Pop News Visiting Jazz Butcher (France)
September 28, 2019
September 28, 2019
Credit: Vincent Arquillière
CAUTION - This is a robotic translation of the original French publication
“It was the time when something like the third generation of post-punk was starting to turn into bad goth. Okay, I'm friends with ex-Bauhaus guys and I don't have a problem with goth rock, but I was getting a little tired of all these pale copies. So the music I was making then was in reaction to all that seriousness, but in retrospect I think it was less whimsical than it sounds. It was more like a mask.Take a track like “Girls Who Keep Goldfish” [on the first album “Bath of Bacon” in 1983, Editor's note]. At first glance it seems absurd and comical, but it expresses a strange form of hostility. At the time I wrote it, I must have been 24 years old, I had already been part of bands that had brought me neither money nor real pleasure, and I felt like I was about to give up. I think that well hidden, there was in these songs an anti-social feeling, the desire to be apart from the world. A bit like Syd Barrett… Like, “really, this guy is reduced to talking about fish in a bowl!”Note, on this same album without much equivalent in the English pop of the time, a pastiche of the minimalist electro-punk track “Warm Leathrette” by The Normal (interpreted a little later by Grace Jones), under the title… “ Gray Flanellette ”, a nod to“ Born to Be Wild ”(“ Born to be fried ”on“ Poisoned by Food ”), the moving“ Partytime ”which seems straight out of a Jens Lekman album, as well as an improbable song in French, “La Mer” (“But what there are elephants here!”), which the Little Rabbits will resume a few years later. Pat Fish had produced in the early 90s “Tramway”, the second album of another French group, Chelsea, and the current was not always perfectly passed between the musicians and him:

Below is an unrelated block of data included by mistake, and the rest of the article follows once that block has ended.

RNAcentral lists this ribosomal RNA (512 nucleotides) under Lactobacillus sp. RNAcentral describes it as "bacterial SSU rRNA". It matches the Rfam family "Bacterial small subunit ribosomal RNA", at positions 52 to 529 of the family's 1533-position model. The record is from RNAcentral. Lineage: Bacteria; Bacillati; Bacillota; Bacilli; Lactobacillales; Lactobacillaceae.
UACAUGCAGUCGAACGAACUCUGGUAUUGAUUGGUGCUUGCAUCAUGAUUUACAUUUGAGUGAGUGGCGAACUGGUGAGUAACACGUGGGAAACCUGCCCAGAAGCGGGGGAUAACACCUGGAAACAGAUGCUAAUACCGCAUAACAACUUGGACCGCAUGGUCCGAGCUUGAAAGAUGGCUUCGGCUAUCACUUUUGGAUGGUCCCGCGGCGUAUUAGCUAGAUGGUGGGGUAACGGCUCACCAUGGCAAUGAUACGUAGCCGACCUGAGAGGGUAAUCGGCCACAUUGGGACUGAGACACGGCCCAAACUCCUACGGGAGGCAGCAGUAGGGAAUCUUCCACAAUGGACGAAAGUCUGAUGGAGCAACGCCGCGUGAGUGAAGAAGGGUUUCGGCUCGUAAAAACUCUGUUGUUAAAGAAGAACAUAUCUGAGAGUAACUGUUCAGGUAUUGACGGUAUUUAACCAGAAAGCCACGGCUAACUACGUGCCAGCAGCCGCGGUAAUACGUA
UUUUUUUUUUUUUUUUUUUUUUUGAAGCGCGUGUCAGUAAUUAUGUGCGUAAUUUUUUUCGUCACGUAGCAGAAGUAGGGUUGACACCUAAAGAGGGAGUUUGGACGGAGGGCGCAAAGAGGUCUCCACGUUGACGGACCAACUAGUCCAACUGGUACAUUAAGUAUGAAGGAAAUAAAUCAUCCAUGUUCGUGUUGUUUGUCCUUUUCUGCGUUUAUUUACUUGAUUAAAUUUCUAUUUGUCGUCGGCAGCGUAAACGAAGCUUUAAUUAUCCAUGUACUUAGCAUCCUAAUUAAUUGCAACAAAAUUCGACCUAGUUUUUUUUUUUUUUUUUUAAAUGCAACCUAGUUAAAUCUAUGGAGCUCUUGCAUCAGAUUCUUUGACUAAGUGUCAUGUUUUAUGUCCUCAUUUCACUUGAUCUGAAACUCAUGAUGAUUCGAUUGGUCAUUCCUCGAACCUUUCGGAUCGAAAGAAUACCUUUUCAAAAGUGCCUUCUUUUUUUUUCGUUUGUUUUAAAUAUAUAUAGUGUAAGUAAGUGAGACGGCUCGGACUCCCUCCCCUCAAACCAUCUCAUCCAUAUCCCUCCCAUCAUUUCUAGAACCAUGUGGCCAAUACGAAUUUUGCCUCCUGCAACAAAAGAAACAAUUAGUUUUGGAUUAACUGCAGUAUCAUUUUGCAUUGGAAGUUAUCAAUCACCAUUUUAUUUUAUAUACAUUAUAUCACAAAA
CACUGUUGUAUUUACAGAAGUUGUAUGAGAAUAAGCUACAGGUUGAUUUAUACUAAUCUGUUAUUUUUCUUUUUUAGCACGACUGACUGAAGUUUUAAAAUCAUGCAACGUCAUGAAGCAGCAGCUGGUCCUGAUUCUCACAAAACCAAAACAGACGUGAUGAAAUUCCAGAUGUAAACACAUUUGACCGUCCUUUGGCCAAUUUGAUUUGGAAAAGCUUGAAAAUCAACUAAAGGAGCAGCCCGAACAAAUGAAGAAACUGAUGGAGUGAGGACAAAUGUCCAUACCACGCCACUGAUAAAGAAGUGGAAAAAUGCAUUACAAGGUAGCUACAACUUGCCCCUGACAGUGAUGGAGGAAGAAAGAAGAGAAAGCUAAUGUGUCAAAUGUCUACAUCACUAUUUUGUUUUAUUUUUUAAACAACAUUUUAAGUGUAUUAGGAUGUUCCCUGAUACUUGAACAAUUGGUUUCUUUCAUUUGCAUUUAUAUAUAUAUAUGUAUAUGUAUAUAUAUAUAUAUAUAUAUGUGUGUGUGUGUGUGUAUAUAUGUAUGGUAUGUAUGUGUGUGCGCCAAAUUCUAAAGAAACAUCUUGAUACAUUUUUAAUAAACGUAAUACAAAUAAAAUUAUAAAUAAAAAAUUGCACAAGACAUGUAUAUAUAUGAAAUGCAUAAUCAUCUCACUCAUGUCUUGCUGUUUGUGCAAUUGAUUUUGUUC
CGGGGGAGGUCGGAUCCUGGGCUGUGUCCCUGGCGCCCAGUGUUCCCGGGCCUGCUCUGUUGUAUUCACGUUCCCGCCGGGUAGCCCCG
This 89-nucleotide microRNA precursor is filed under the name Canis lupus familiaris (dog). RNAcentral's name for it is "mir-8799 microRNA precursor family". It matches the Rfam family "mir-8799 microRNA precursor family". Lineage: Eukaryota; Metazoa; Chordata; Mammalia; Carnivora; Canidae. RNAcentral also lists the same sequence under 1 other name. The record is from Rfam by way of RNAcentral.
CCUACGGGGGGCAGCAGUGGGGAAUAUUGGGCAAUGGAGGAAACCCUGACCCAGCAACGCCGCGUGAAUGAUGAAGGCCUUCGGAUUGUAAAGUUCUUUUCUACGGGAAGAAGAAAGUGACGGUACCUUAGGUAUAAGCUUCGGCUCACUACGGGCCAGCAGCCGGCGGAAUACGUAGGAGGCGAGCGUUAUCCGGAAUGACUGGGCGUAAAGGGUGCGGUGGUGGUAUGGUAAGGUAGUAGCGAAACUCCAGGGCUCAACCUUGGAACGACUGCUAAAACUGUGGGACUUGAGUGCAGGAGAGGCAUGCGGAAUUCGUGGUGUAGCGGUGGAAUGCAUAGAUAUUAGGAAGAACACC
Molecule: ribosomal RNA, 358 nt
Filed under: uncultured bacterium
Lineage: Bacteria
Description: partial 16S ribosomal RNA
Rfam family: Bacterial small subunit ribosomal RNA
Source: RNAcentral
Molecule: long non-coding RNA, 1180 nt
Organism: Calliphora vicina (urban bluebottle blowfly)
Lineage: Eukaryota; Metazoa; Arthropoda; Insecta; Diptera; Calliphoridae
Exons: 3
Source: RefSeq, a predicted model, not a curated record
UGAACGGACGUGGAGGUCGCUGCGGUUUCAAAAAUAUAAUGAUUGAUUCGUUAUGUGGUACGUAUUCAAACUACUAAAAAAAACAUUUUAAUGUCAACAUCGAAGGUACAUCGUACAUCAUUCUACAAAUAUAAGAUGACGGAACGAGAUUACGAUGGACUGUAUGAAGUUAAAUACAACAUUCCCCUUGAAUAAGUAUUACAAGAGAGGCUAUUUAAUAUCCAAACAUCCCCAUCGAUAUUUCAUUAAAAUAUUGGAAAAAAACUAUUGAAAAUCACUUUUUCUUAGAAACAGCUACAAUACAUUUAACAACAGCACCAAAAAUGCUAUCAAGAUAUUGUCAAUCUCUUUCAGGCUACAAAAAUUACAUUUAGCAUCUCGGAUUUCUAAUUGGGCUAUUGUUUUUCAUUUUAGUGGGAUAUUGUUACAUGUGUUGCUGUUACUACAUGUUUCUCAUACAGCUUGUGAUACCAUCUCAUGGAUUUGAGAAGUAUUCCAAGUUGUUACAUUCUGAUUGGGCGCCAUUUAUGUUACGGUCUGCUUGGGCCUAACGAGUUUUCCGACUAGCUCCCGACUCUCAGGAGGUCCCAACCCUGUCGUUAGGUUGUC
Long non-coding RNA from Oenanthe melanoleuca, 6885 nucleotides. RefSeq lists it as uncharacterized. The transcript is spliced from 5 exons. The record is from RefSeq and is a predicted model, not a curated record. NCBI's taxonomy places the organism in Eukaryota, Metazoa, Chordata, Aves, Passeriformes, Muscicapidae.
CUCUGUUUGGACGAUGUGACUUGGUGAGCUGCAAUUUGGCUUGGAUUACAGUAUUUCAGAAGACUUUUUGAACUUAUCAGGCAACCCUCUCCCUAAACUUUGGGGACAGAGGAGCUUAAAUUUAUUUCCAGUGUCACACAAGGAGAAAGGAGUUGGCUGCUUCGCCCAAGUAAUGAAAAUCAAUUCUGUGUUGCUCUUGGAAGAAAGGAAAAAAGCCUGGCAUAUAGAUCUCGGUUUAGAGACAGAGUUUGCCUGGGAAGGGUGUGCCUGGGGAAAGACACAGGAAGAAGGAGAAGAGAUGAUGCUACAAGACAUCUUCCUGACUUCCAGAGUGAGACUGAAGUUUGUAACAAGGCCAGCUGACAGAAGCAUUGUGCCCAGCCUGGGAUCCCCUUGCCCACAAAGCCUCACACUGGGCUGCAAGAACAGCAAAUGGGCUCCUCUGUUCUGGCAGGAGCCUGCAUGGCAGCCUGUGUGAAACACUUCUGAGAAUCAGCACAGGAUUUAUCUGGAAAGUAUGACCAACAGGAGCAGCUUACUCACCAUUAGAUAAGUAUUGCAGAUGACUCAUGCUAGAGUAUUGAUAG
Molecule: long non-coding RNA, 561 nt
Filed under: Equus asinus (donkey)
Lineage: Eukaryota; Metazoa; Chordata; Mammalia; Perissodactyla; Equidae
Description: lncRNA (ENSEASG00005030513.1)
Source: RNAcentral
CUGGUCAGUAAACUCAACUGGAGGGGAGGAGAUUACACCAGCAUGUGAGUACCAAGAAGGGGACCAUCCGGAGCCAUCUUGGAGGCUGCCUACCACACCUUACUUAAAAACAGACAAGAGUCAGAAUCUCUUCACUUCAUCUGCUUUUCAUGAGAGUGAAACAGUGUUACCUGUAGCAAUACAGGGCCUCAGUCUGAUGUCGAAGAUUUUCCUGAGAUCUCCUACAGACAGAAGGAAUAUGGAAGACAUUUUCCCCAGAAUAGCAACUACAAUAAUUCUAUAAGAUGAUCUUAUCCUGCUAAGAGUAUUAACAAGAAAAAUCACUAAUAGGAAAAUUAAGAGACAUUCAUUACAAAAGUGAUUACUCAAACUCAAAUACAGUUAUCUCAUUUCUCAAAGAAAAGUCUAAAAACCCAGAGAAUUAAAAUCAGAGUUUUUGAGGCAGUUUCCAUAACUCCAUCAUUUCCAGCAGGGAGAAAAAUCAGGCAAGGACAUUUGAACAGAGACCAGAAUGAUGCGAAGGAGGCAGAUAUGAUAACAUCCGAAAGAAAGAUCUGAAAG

“They wanted a quartet of strings,I was trying to force feedback on the guitars to them! He remembered in the half-light of a London pub.In April 2017, we finally discovered him on stage in London , during a too brief opening act of other indie veterans, the Jasmine Minks. Two and a half years later, Pat the butcher should offer his fan club during this Parisian evening his best pieces - and there is no shortage of them. At the same poster, we will also find with great pleasure Tim Keegan, the singer of the group Departure Lounge, whose POPnews had distinguished the album “Too Late to Die Young” in his time (2002). This will be the first of the meetings offered this season at the Barbusse neighborhood center (MQB) in Malakoff by Artsolis. Until June, at the rate of almost one per month, will alternate concerts labeled pop and folk (with the idea of bringing together musicians with similar aspirations to have them play together) and meetings devoted to chamber music, baroque, tango, traditional Scottish songs, etc. We will therefore have the opportunity to come back to it.
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